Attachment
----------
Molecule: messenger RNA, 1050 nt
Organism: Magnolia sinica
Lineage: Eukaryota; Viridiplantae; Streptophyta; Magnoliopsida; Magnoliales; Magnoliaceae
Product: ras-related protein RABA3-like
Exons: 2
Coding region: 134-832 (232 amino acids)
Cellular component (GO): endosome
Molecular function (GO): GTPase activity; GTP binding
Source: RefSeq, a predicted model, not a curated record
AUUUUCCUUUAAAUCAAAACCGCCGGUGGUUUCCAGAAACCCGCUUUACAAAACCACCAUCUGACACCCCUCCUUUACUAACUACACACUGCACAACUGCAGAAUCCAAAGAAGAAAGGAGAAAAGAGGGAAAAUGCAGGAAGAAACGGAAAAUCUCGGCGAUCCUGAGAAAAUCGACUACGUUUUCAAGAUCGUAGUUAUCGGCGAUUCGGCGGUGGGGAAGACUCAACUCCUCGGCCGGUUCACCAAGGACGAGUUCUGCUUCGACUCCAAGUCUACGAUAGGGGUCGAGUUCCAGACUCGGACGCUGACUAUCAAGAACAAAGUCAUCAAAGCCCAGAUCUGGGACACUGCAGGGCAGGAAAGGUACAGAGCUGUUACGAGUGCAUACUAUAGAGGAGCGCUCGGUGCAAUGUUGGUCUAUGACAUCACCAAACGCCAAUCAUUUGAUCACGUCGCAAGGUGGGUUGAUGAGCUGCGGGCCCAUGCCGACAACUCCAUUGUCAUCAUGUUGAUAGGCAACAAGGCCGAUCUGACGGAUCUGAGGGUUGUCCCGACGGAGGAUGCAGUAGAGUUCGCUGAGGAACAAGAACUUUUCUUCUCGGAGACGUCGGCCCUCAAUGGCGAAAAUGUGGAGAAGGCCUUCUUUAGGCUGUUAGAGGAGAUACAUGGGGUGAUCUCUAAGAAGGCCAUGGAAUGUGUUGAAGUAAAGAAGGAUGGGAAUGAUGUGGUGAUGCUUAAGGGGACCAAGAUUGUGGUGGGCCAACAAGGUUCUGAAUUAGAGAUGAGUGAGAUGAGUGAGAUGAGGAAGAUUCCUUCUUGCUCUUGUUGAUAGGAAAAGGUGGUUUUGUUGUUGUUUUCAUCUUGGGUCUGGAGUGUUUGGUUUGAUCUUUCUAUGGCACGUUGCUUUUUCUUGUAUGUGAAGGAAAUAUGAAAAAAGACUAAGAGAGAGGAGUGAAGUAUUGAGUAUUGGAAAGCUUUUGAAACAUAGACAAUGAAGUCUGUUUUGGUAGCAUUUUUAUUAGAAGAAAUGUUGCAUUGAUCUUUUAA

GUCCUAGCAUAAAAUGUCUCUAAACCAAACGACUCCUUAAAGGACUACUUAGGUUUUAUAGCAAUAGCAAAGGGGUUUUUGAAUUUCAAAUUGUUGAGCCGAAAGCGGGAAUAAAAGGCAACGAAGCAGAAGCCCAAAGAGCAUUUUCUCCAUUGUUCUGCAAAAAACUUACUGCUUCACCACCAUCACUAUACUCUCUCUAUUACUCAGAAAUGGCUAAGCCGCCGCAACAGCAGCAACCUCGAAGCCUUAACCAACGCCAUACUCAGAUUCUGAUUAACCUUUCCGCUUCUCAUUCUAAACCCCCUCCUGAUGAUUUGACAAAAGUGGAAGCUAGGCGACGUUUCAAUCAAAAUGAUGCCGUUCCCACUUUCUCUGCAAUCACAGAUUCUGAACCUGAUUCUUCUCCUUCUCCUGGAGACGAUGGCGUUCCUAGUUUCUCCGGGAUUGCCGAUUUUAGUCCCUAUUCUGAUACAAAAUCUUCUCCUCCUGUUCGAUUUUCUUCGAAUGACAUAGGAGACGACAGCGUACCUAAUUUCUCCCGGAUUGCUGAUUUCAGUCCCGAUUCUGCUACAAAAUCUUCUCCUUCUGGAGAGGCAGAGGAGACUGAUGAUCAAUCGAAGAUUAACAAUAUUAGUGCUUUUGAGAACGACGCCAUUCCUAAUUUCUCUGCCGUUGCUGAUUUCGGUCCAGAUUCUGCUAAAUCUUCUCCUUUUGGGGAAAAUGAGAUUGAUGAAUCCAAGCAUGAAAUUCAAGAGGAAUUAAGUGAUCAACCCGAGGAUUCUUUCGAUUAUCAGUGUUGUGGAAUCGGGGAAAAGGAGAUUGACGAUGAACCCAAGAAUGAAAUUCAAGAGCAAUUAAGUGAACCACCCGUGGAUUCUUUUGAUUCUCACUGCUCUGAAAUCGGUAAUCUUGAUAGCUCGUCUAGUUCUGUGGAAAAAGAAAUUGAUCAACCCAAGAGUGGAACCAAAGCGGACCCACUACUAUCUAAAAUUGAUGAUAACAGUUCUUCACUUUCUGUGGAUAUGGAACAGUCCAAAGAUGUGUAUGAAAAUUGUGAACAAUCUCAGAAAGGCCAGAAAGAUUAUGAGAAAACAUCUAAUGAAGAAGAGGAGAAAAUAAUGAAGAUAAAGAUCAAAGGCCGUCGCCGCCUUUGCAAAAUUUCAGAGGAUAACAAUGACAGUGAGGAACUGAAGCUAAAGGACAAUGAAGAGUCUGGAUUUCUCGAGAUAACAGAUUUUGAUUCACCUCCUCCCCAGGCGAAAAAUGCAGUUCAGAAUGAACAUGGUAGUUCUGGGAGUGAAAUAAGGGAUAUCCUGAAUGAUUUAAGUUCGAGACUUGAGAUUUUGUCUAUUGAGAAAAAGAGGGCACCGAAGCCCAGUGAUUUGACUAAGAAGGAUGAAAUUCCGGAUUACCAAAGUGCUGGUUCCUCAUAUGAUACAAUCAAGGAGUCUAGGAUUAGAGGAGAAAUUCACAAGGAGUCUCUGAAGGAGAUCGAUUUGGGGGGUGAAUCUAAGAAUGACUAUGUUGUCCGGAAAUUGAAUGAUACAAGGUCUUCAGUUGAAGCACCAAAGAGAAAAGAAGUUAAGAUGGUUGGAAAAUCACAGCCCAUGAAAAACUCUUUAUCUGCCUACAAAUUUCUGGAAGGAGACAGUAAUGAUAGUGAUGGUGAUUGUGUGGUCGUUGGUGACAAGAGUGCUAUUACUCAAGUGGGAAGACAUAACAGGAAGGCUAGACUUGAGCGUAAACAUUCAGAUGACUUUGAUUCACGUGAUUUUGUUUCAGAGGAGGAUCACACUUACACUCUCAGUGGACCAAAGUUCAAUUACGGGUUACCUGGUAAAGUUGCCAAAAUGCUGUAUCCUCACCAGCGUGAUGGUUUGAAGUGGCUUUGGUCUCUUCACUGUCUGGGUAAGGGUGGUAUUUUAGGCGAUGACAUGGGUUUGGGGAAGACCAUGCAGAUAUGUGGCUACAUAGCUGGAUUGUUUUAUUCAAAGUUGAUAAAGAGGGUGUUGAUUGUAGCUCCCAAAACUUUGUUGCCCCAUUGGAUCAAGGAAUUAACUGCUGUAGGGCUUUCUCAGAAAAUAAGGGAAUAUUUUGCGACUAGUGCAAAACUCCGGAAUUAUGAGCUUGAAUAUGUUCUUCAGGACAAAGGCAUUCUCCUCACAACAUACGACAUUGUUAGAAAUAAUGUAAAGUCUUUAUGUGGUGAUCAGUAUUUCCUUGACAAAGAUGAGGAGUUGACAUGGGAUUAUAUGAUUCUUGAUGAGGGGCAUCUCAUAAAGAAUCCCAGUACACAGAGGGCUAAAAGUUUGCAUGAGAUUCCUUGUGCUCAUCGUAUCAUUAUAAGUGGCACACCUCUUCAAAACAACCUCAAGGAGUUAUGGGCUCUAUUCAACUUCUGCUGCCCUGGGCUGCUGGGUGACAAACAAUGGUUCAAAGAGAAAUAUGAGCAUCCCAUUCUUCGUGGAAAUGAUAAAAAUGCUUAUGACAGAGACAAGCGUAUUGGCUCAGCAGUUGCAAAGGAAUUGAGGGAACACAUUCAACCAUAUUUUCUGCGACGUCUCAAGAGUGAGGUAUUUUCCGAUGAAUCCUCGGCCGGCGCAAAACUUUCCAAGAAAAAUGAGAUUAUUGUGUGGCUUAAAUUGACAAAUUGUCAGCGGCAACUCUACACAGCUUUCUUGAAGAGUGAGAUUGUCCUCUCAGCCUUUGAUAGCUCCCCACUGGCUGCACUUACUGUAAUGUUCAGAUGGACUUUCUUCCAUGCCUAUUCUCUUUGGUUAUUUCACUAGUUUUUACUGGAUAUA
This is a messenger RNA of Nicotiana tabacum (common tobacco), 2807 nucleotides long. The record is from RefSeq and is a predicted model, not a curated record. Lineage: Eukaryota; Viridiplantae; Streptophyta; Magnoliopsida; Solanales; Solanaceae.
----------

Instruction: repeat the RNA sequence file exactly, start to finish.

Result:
Molecule: messenger RNA, 1050 nt
Organism: Magnolia sinica
Lineage: Eukaryota; Viridiplantae; Streptophyta; Magnoliopsida; Magnoliales; Magnoliaceae
Product: ras-related protein RABA3-like
Exons: 2
Coding region: 134-832 (232 amino acids)
Cellular component (GO): endosome
Molecular function (GO): GTPase activity; GTP binding
Source: RefSeq, a predicted model, not a curated record
AUUUUCCUUUAAAUCAAAACCGCCGGUGGUUUCCAGAAACCCGCUUUACAAAACCACCAUCUGACACCCCUCCUUUACUAACUACACACUGCACAACUGCAGAAUCCAAAGAAGAAAGGAGAAAAGAGGGAAAAUGCAGGAAGAAACGGAAAAUCUCGGCGAUCCUGAGAAAAUCGACUACGUUUUCAAGAUCGUAGUUAUCGGCGAUUCGGCGGUGGGGAAGACUCAACUCCUCGGCCGGUUCACCAAGGACGAGUUCUGCUUCGACUCCAAGUCUACGAUAGGGGUCGAGUUCCAGACUCGGACGCUGACUAUCAAGAACAAAGUCAUCAAAGCCCAGAUCUGGGACACUGCAGGGCAGGAAAGGUACAGAGCUGUUACGAGUGCAUACUAUAGAGGAGCGCUCGGUGCAAUGUUGGUCUAUGACAUCACCAAACGCCAAUCAUUUGAUCACGUCGCAAGGUGGGUUGAUGAGCUGCGGGCCCAUGCCGACAACUCCAUUGUCAUCAUGUUGAUAGGCAACAAGGCCGAUCUGACGGAUCUGAGGGUUGUCCCGACGGAGGAUGCAGUAGAGUUCGCUGAGGAACAAGAACUUUUCUUCUCGGAGACGUCGGCCCUCAAUGGCGAAAAUGUGGAGAAGGCCUUCUUUAGGCUGUUAGAGGAGAUACAUGGGGUGAUCUCUAAGAAGGCCAUGGAAUGUGUUGAAGUAAAGAAGGAUGGGAAUGAUGUGGUGAUGCUUAAGGGGACCAAGAUUGUGGUGGGCCAACAAGGUUCUGAAUUAGAGAUGAGUGAGAUGAGUGAGAUGAGGAAGAUUCCUUCUUGCUCUUGUUGAUAGGAAAAGGUGGUUUUGUUGUUGUUUUCAUCUUGGGUCUGGAGUGUUUGGUUUGAUCUUUCUAUGGCACGUUGCUUUUUCUUGUAUGUGAAGGAAAUAUGAAAAAAGACUAAGAGAGAGGAGUGAAGUAUUGAGUAUUGGAAAGCUUUUGAAACAUAGACAAUGAAGUCUGUUUUGGUAGCAUUUUUAUUAGAAGAAAUGUUGCAUUGAUCUUUUAA

GUCCUAGCAUAAAAUGUCUCUAAACCAAACGACUCCUUAAAGGACUACUUAGGUUUUAUAGCAAUAGCAAAGGGGUUUUUGAAUUUCAAAUUGUUGAGCCGAAAGCGGGAAUAAAAGGCAACGAAGCAGAAGCCCAAAGAGCAUUUUCUCCAUUGUUCUGCAAAAAACUUACUGCUUCACCACCAUCACUAUACUCUCUCUAUUACUCAGAAAUGGCUAAGCCGCCGCAACAGCAGCAACCUCGAAGCCUUAACCAACGCCAUACUCAGAUUCUGAUUAACCUUUCCGCUUCUCAUUCUAAACCCCCUCCUGAUGAUUUGACAAAAGUGGAAGCUAGGCGACGUUUCAAUCAAAAUGAUGCCGUUCCCACUUUCUCUGCAAUCACAGAUUCUGAACCUGAUUCUUCUCCUUCUCCUGGAGACGAUGGCGUUCCUAGUUUCUCCGGGAUUGCCGAUUUUAGUCCCUAUUCUGAUACAAAAUCUUCUCCUCCUGUUCGAUUUUCUUCGAAUGACAUAGGAGACGACAGCGUACCUAAUUUCUCCCGGAUUGCUGAUUUCAGUCCCGAUUCUGCUACAAAAUCUUCUCCUUCUGGAGAGGCAGAGGAGACUGAUGAUCAAUCGAAGAUUAACAAUAUUAGUGCUUUUGAGAACGACGCCAUUCCUAAUUUCUCUGCCGUUGCUGAUUUCGGUCCAGAUUCUGCUAAAUCUUCUCCUUUUGGGGAAAAUGAGAUUGAUGAAUCCAAGCAUGAAAUUCAAGAGGAAUUAAGUGAUCAACCCGAGGAUUCUUUCGAUUAUCAGUGUUGUGGAAUCGGGGAAAAGGAGAUUGACGAUGAACCCAAGAAUGAAAUUCAAGAGCAAUUAAGUGAACCACCCGUGGAUUCUUUUGAUUCUCACUGCUCUGAAAUCGGUAAUCUUGAUAGCUCGUCUAGUUCUGUGGAAAAAGAAAUUGAUCAACCCAAGAGUGGAACCAAAGCGGACCCACUACUAUCUAAAAUUGAUGAUAACAGUUCUUCACUUUCUGUGGAUAUGGAACAGUCCAAAGAUGUGUAUGAAAAUUGUGAACAAUCUCAGAAAGGCCAGAAAGAUUAUGAGAAAACAUCUAAUGAAGAAGAGGAGAAAAUAAUGAAGAUAAAGAUCAAAGGCCGUCGCCGCCUUUGCAAAAUUUCAGAGGAUAACAAUGACAGUGAGGAACUGAAGCUAAAGGACAAUGAAGAGUCUGGAUUUCUCGAGAUAACAGAUUUUGAUUCACCUCCUCCCCAGGCGAAAAAUGCAGUUCAGAAUGAACAUGGUAGUUCUGGGAGUGAAAUAAGGGAUAUCCUGAAUGAUUUAAGUUCGAGACUUGAGAUUUUGUCUAUUGAGAAAAAGAGGGCACCGAAGCCCAGUGAUUUGACUAAGAAGGAUGAAAUUCCGGAUUACCAAAGUGCUGGUUCCUCAUAUGAUACAAUCAAGGAGUCUAGGAUUAGAGGAGAAAUUCACAAGGAGUCUCUGAAGGAGAUCGAUUUGGGGGGUGAAUCUAAGAAUGACUAUGUUGUCCGGAAAUUGAAUGAUACAAGGUCUUCAGUUGAAGCACCAAAGAGAAAAGAAGUUAAGAUGGUUGGAAAAUCACAGCCCAUGAAAAACUCUUUAUCUGCCUACAAAUUUCUGGAAGGAGACAGUAAUGAUAGUGAUGGUGAUUGUGUGGUCGUUGGUGACAAGAGUGCUAUUACUCAAGUGGGAAGACAUAACAGGAAGGCUAGACUUGAGCGUAAACAUUCAGAUGACUUUGAUUCACGUGAUUUUGUUUCAGAGGAGGAUCACACUUACACUCUCAGUGGACCAAAGUUCAAUUACGGGUUACCUGGUAAAGUUGCCAAAAUGCUGUAUCCUCACCAGCGUGAUGGUUUGAAGUGGCUUUGGUCUCUUCACUGUCUGGGUAAGGGUGGUAUUUUAGGCGAUGACAUGGGUUUGGGGAAGACCAUGCAGAUAUGUGGCUACAUAGCUGGAUUGUUUUAUUCAAAGUUGAUAAAGAGGGUGUUGAUUGUAGCUCCCAAAACUUUGUUGCCCCAUUGGAUCAAGGAAUUAACUGCUGUAGGGCUUUCUCAGAAAAUAAGGGAAUAUUUUGCGACUAGUGCAAAACUCCGGAAUUAUGAGCUUGAAUAUGUUCUUCAGGACAAAGGCAUUCUCCUCACAACAUACGACAUUGUUAGAAAUAAUGUAAAGUCUUUAUGUGGUGAUCAGUAUUUCCUUGACAAAGAUGAGGAGUUGACAUGGGAUUAUAUGAUUCUUGAUGAGGGGCAUCUCAUAAAGAAUCCCAGUACACAGAGGGCUAAAAGUUUGCAUGAGAUUCCUUGUGCUCAUCGUAUCAUUAUAAGUGGCACACCUCUUCAAAACAACCUCAAGGAGUUAUGGGCUCUAUUCAACUUCUGCUGCCCUGGGCUGCUGGGUGACAAACAAUGGUUCAAAGAGAAAUAUGAGCAUCCCAUUCUUCGUGGAAAUGAUAAAAAUGCUUAUGACAGAGACAAGCGUAUUGGCUCAGCAGUUGCAAAGGAAUUGAGGGAACACAUUCAACCAUAUUUUCUGCGACGUCUCAAGAGUGAGGUAUUUUCCGAUGAAUCCUCGGCCGGCGCAAAACUUUCCAAGAAAAAUGAGAUUAUUGUGUGGCUUAAAUUGACAAAUUGUCAGCGGCAACUCUACACAGCUUUCUUGAAGAGUGAGAUUGUCCUCUCAGCCUUUGAUAGCUCCCCACUGGCUGCACUUACUGUAAUGUUCAGAUGGACUUUCUUCCAUGCCUAUUCUCUUUGGUUAUUUCACUAGUUUUUACUGGAUAUA
This is a messenger RNA of Nicotiana tabacum (common tobacco), 2807 nucleotides long. The record is from RefSeq and is a predicted model, not a curated record. Lineage: Eukaryota; Viridiplantae; Streptophyta; Magnoliopsida; Solanales; Solanaceae.